MATTHEW Mellalieu will be playing the theatre closest to his home on the 2022 tour of David Walliams’ Billionaire Boy from July 14 to 17.
North Yorkshire-born Matt, who moved from London to Nether Poppleton after the first pandemic lockdown, takes the role of dad Len Spud in Birmingham Stage Company’s stage adaptation when visiting the Grand Opera House, York, next week.
Billionaire Boy’s four-day run follows the Birmingham company’s February tour with Walliams’ Gangsta Granny. “I was aware of David Walliams popularity with children, but I hadn’t realised just how big his stories were with families in general,” he says.
“After I’d accepted the job, I told my housemate, who’s a teacher, and when he mentioned it at school, all the children were so excited, asking who I’d be playing!
“Until playing Len, I hadn’t been aware just how prolific David Walliams had been, writing stories with all that gross-out comedy that children adore, making him the successor to Roald Dahl. What I love is that there’s all that comedy but there’s quite a lot of needled political comment going on too.”
In Walliams’ story, 12-year-old Joe Spud is the richest boy in the country, with his own sports car, two pet crocodiles and £100,000 a week pocket money, but what he lacks is a friend. Whereupon he decides to leave his posh school for the local comp, but things do not go as planned, his life becoming a roller coaster as he tries to find what money cannot buy.
“His dad, Len, like many of us, had found himself in a day-to-day job that had never really changed,” says Matt. “His job was to wrap the paper around the toilet roll day after day, but one day he was struck by an idea: inventing toilet roll that is moist one side and dry on the other, making billions of pounds for himself as he opened the Bum Fresh factory.
“In fact, he makes so much money, he has no idea what to do with it all, so he buys the biggest house and a Formula One race track, has a robot butler, the biggest TV set in the world and a swimming pool, but the crux of the matter is that now they’ve moved to a new place, they have no friends.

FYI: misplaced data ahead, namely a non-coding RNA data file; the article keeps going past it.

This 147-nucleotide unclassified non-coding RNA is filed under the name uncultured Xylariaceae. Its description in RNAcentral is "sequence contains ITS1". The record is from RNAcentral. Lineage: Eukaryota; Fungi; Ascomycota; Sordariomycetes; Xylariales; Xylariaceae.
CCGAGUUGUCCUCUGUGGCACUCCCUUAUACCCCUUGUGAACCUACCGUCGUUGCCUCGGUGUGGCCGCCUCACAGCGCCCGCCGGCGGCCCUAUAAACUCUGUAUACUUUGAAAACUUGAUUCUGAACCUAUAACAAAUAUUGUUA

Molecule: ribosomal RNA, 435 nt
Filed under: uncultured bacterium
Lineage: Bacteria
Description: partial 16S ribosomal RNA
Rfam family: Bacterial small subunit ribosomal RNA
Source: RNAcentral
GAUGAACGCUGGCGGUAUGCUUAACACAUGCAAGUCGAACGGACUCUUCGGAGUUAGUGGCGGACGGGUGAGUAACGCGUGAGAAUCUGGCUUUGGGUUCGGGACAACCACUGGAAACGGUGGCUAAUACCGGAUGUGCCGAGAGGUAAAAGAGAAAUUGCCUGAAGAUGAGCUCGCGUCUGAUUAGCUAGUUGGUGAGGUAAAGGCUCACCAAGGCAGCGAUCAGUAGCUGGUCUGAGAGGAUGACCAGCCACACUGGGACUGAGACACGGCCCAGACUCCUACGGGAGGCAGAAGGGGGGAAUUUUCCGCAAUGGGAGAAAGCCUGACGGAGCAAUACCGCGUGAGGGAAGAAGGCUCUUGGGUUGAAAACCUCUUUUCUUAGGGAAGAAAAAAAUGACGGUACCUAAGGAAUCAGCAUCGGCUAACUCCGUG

“He feels that to be a good dad, he needs to buy Joe all the things he never had as a child, but Joe only wants friends and the love of his dad, yet Len doesn’t realise that. It’s very much a story about friendship and love being important and money not being the be all and end all.”
Billionaire Boy first went on the road in 2019 and touring has resumed since lockdown restrictions were eased. “I joined the cast in January with only two weeks of rehearsals in London – where I first moved to go to drama school – and those rehearsals were really fast-tracked with half the company having been in the show since 2019,” says Matt.
“When Covid happened, they first re-started the show by performing off the back of a lorry, and now they’re resuming the original tour.
“What I’ve found with this show is you may have an idea of how a show will be; you may have a rough idea of what a kids’ show is, when I haven’t really done them, but have lots of Shakespeare on my CV, but then you discover this is a proper West End show, like a big musical, not just something for school halls.”
As for the play itself, suitable for five-year-olds upwards, Matt says: “The reason that Shakespeare still works so well is that you’re dealing with archetypes, and then you realise that Billionaire Boy isn’t a million miles away from Shakespeare. It’s looking at relationships, though there’s none of the blood and murders! But there are grotesque bullies, just like in Shakespeare, and I play the bullies in this show as well as Len.
“The art of storytelling never changes; Walliams tells stories, with spectacle and yukky comedy, just as Shakespeare re-told Greek tales. Stories are ingrained in us and we all think about who we are, what we mean to our friends and family and where our place in the world is, but with a few good f**t gags or a song or a spectacle every five minutes in Walliams’ case to keep the kids engaged!”
Looking back on his own childhood, growing up in the fishing village of Robin Hood’s Bay, Matt says: “From a very early age, with friends and family at home, we told stories and made up our own sketches and interviews that my mum and dad filmed on a full-scale VHS camera and then we’d watch them back.”
And so began the performing career of Matthew Mellalieu that now brings him to the Grand Opera House, York, in Billionaire Boy. Performances are at 1.30pm and 7pm, July 14; 10.30am and 7pm, July 15; 2.30pm and 7pm, July 16, and 11am and 3pm, July 17. Box office: atgtickets.com/York.